Arctic Oil Potential
A recent report prepared for the Department of Energy, established that large reserves of oil were in the Arctic, and that the United States should begin to develop those reserves as it could easily require 20 years before oil could be produced from the region.
It’s estimated that 75% of the potential oil and natural gas reserves are offshore and 25% are onshore.
It should be noted that these reserves include known reserves, discovered potential reserves and undiscovered potential reserves. While undiscovered reserves sound rather iffy, the industry has an excellent track record of making reliable estimates.
Most of the offshore reserves in U.S. waters are in waters less than 100 meters deep, or roughly 330 feet. The same is true for Russia. Reserves in Canada and Greenland, however, fall of rapidly from shallow, to deeper waters.
The fact that U.S. reserves are mostly in shallow waters is important, because rigs can be grounded on the ocean floor. They are easier and safer to use, and can utilize well established drilling and production technologies.
Using floating rigs year-round will require additional research and development.
Therefore, most of the U.S and Russian reserves can be easily and safely accessed, while recognizing the difficulties of operating in Arctic waters with a much shorter year in which to conduct operations. Open waters can last for only 3 or 4 months.
Development however, will require at least a few decades, based on the following timetable.
- Evaluating and establishing leases, 2 to 10 years
- Exploration and appraisal, 5 to 20 years
- Development 3 to 10 years
In total, more than 20 years will probably be required to develop these reserves.
Arctic reserves are spread unevenly, with the U.S. and Russia having the greatest share of oil reserves, while Russia has the overwhelming share of natural gas reserves.
Another important item in the report is information on U.S. shale oil development, and whether it will last beyond the current decade.
The news media reported that shale oil production will begin to decline within ten years.
However, the media may have jumped to a conclusion about the durability of shale oil development.
The report used the EIA’s Reference Case projections showing shale oil and total U.S. oil production beginning to decline around 2020, five years from now.
The problem with using the EIA 2014 Reference Case is that the EIA has been behind the curve in estimating shale oil’s potential.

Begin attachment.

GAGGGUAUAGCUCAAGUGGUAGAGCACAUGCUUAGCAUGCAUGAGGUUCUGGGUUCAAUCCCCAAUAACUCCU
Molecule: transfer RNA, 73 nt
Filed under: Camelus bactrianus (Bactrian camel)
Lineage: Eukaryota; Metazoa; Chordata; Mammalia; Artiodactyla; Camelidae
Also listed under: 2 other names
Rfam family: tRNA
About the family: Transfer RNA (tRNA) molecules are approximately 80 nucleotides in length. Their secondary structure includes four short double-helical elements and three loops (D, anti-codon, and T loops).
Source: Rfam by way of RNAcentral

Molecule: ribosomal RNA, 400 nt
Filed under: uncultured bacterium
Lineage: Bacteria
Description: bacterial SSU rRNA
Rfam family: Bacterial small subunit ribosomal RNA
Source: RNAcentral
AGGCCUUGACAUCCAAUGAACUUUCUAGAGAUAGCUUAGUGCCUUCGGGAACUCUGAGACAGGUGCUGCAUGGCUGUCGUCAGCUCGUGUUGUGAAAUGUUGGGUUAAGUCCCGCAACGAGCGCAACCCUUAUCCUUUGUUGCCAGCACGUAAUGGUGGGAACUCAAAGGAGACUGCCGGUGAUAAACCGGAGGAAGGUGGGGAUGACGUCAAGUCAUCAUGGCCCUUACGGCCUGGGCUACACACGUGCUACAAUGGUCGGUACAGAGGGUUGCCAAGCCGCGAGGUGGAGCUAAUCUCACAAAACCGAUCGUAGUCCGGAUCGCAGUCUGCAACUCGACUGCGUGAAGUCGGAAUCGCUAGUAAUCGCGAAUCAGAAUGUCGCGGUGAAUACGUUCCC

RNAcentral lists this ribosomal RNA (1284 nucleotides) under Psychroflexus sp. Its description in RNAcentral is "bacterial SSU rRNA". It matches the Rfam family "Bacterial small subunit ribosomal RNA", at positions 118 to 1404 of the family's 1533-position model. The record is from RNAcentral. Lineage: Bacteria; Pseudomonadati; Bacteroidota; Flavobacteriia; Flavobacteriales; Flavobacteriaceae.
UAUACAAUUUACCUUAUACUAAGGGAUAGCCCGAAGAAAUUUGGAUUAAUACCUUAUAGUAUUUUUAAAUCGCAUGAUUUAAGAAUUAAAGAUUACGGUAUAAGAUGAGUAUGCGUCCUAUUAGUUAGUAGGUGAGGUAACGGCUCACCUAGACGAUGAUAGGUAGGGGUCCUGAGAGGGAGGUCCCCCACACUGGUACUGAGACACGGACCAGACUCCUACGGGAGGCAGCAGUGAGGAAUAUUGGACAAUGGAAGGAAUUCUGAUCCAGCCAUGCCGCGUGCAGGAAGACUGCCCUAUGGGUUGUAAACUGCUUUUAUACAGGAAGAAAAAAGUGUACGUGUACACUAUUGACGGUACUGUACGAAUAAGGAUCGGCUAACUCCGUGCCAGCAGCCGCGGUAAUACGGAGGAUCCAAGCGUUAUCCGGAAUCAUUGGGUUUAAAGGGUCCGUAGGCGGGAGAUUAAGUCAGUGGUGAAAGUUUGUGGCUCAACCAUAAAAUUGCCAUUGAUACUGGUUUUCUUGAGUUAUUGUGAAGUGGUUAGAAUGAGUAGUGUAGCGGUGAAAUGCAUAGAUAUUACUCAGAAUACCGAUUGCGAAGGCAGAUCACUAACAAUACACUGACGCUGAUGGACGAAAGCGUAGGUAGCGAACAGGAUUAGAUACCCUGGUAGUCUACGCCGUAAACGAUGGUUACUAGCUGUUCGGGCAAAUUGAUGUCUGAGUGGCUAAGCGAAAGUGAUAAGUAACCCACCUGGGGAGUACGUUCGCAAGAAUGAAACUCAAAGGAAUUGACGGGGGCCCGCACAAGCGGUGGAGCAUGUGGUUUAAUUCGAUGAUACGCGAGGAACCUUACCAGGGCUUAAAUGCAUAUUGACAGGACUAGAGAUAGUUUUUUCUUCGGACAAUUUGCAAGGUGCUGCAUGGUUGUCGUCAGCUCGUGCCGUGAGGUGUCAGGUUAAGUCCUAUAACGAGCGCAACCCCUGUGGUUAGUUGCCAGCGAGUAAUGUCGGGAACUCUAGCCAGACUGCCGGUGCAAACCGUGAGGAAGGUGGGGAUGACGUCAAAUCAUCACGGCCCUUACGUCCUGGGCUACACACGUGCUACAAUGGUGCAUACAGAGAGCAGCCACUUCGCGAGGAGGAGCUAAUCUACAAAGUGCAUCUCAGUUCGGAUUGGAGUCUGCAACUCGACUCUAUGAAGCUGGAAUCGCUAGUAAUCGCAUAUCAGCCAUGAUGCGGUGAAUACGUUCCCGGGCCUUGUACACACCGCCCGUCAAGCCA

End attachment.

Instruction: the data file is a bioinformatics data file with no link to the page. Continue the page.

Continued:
While it made sense for the report to use an accepted reference to maintain credibility, the EIA Reference Case is probably wrong with respect to how many years shale oil can be produced in quantity.
At least two factors mitigate against the demise of shale oil in the near future.
- As the price of oil increases above current $50 levels, more areas become economically viable for shale oil development.
- New techniques are being introduced that will increase the amount of oil that can be recovered from wells.
The report also recognized the complexity of the regulatory structure covering activities in the Arctic, and why some existing regulations need adjustment, such as those for leasing due to the long periods required before production can actually begin.
There are 39 federal agencies participating in the Arctic Policy Group, 27 agencies and working groups identified in the IPNSAR (Implementation Plan for the National Strategy for the Arctic Region), and seven interagency policy coordination bodies.
In addition, the Arctic Council consists of eight Arctic states (the United States, Canada, the Russian Federation, Norway, Kingdom of Denmark, Sweden, Finland, and Iceland), six permanent participant groups, twelve observer states, and a multitude of other governmental and nongovernmental organizations.
The report also reviewed the importance of preparing for an oil spill. It provided information on the ecological reports that have been prepared over the past decades.
A section of the report reviewed the extensive procedures taken to prevent an oil spill, and those to be taken in the event of an oil spill.
Drilling has been done in the Arctic so companies are familiar with the obstacles and how to drill safely. Norway and Russia have taken the lead in Arctic oil development, with Norway having recently offered leases in the Arctic.
The executive summary of the full report is available at http://bit.ly/1BYSVA9 and all other sections are also available by following the link.
Extremists will likely object to the report being prepared by the National Petroleum Council which is largely comprised of oil industry experts in combination with DOE.
While many people, especially extreme environmentalists who believe in global warming, will object to drilling in the Arctic, it’s clear that drilling in the arctic will become necessary as the demand for oil increases.
It’s clear that, due to the long winters and short drilling seasons, it will take twenty years or more to develop the oil and natural gas resources in the arctic.
It’s also clear that it’s important to develop these resources to ensure the continued future economic growth of the United States.
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